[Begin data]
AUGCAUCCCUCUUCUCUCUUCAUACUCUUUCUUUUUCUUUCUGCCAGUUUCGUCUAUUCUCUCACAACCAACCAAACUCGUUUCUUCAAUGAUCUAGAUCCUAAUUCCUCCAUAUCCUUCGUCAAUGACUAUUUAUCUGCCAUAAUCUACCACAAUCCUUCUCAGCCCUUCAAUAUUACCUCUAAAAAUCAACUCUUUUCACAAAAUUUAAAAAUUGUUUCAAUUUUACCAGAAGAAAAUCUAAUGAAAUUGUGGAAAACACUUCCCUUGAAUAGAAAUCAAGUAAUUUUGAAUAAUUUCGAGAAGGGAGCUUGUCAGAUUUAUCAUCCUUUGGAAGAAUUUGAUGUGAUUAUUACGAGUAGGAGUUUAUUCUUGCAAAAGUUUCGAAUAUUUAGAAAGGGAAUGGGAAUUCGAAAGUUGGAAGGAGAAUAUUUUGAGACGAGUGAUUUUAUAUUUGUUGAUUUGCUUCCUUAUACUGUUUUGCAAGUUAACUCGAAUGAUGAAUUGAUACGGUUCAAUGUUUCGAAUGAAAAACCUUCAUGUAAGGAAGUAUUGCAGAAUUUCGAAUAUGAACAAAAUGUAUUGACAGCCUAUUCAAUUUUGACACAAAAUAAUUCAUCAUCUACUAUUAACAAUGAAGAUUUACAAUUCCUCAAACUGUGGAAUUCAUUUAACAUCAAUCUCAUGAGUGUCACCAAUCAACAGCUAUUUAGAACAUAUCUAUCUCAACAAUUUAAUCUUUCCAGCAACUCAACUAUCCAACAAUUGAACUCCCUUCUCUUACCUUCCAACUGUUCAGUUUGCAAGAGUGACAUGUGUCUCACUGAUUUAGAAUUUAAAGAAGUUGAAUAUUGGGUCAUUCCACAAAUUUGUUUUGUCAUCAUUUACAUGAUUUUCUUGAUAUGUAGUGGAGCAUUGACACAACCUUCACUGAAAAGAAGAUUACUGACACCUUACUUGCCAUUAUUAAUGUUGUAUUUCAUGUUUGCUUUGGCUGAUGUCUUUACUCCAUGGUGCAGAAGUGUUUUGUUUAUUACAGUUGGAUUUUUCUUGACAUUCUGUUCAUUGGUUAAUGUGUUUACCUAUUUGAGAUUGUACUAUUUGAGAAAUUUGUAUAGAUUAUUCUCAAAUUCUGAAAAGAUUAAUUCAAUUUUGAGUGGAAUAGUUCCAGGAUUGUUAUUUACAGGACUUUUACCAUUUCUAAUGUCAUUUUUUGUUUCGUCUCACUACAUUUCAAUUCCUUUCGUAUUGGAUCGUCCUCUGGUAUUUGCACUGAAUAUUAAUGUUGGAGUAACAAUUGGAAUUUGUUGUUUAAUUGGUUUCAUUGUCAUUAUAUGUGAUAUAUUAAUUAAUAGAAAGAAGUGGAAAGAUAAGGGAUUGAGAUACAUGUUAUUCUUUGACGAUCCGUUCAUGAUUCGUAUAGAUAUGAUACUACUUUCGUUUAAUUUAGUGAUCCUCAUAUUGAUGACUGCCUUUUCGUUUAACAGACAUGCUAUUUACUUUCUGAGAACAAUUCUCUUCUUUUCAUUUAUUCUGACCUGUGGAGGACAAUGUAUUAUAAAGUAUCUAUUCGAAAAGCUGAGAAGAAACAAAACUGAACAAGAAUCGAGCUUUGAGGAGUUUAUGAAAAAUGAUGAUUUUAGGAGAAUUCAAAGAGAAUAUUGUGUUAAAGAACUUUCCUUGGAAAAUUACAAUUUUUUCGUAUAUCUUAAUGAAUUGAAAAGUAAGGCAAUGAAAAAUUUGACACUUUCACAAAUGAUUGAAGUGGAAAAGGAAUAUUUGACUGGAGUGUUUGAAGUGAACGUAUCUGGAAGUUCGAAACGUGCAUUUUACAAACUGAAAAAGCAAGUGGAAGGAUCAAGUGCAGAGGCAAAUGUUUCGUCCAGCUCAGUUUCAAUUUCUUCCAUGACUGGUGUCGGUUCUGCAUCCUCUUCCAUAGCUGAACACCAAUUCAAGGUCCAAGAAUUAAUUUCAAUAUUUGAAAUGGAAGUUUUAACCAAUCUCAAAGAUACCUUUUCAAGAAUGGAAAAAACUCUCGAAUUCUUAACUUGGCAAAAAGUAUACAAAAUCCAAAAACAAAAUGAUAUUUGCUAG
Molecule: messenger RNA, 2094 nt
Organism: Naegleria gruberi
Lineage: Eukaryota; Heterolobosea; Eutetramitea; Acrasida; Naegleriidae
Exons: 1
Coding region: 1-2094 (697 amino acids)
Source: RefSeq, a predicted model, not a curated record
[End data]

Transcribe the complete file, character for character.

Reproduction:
AUGCAUCCCUCUUCUCUCUUCAUACUCUUUCUUUUUCUUUCUGCCAGUUUCGUCUAUUCUCUCACAACCAACCAAACUCGUUUCUUCAAUGAUCUAGAUCCUAAUUCCUCCAUAUCCUUCGUCAAUGACUAUUUAUCUGCCAUAAUCUACCACAAUCCUUCUCAGCCCUUCAAUAUUACCUCUAAAAAUCAACUCUUUUCACAAAAUUUAAAAAUUGUUUCAAUUUUACCAGAAGAAAAUCUAAUGAAAUUGUGGAAAACACUUCCCUUGAAUAGAAAUCAAGUAAUUUUGAAUAAUUUCGAGAAGGGAGCUUGUCAGAUUUAUCAUCCUUUGGAAGAAUUUGAUGUGAUUAUUACGAGUAGGAGUUUAUUCUUGCAAAAGUUUCGAAUAUUUAGAAAGGGAAUGGGAAUUCGAAAGUUGGAAGGAGAAUAUUUUGAGACGAGUGAUUUUAUAUUUGUUGAUUUGCUUCCUUAUACUGUUUUGCAAGUUAACUCGAAUGAUGAAUUGAUACGGUUCAAUGUUUCGAAUGAAAAACCUUCAUGUAAGGAAGUAUUGCAGAAUUUCGAAUAUGAACAAAAUGUAUUGACAGCCUAUUCAAUUUUGACACAAAAUAAUUCAUCAUCUACUAUUAACAAUGAAGAUUUACAAUUCCUCAAACUGUGGAAUUCAUUUAACAUCAAUCUCAUGAGUGUCACCAAUCAACAGCUAUUUAGAACAUAUCUAUCUCAACAAUUUAAUCUUUCCAGCAACUCAACUAUCCAACAAUUGAACUCCCUUCUCUUACCUUCCAACUGUUCAGUUUGCAAGAGUGACAUGUGUCUCACUGAUUUAGAAUUUAAAGAAGUUGAAUAUUGGGUCAUUCCACAAAUUUGUUUUGUCAUCAUUUACAUGAUUUUCUUGAUAUGUAGUGGAGCAUUGACACAACCUUCACUGAAAAGAAGAUUACUGACACCUUACUUGCCAUUAUUAAUGUUGUAUUUCAUGUUUGCUUUGGCUGAUGUCUUUACUCCAUGGUGCAGAAGUGUUUUGUUUAUUACAGUUGGAUUUUUCUUGACAUUCUGUUCAUUGGUUAAUGUGUUUACCUAUUUGAGAUUGUACUAUUUGAGAAAUUUGUAUAGAUUAUUCUCAAAUUCUGAAAAGAUUAAUUCAAUUUUGAGUGGAAUAGUUCCAGGAUUGUUAUUUACAGGACUUUUACCAUUUCUAAUGUCAUUUUUUGUUUCGUCUCACUACAUUUCAAUUCCUUUCGUAUUGGAUCGUCCUCUGGUAUUUGCACUGAAUAUUAAUGUUGGAGUAACAAUUGGAAUUUGUUGUUUAAUUGGUUUCAUUGUCAUUAUAUGUGAUAUAUUAAUUAAUAGAAAGAAGUGGAAAGAUAAGGGAUUGAGAUACAUGUUAUUCUUUGACGAUCCGUUCAUGAUUCGUAUAGAUAUGAUACUACUUUCGUUUAAUUUAGUGAUCCUCAUAUUGAUGACUGCCUUUUCGUUUAACAGACAUGCUAUUUACUUUCUGAGAACAAUUCUCUUCUUUUCAUUUAUUCUGACCUGUGGAGGACAAUGUAUUAUAAAGUAUCUAUUCGAAAAGCUGAGAAGAAACAAAACUGAACAAGAAUCGAGCUUUGAGGAGUUUAUGAAAAAUGAUGAUUUUAGGAGAAUUCAAAGAGAAUAUUGUGUUAAAGAACUUUCCUUGGAAAAUUACAAUUUUUUCGUAUAUCUUAAUGAAUUGAAAAGUAAGGCAAUGAAAAAUUUGACACUUUCACAAAUGAUUGAAGUGGAAAAGGAAUAUUUGACUGGAGUGUUUGAAGUGAACGUAUCUGGAAGUUCGAAACGUGCAUUUUACAAACUGAAAAAGCAAGUGGAAGGAUCAAGUGCAGAGGCAAAUGUUUCGUCCAGCUCAGUUUCAAUUUCUUCCAUGACUGGUGUCGGUUCUGCAUCCUCUUCCAUAGCUGAACACCAAUUCAAGGUCCAAGAAUUAAUUUCAAUAUUUGAAAUGGAAGUUUUAACCAAUCUCAAAGAUACCUUUUCAAGAAUGGAAAAAACUCUCGAAUUCUUAACUUGGCAAAAAGUAUACAAAAUCCAAAAACAAAAUGAUAUUUGCUAG
Molecule: messenger RNA, 2094 nt
Organism: Naegleria gruberi
Lineage: Eukaryota; Heterolobosea; Eutetramitea; Acrasida; Naegleriidae
Exons: 1
Coding region: 1-2094 (697 amino acids)
Source: RefSeq, a predicted model, not a curated record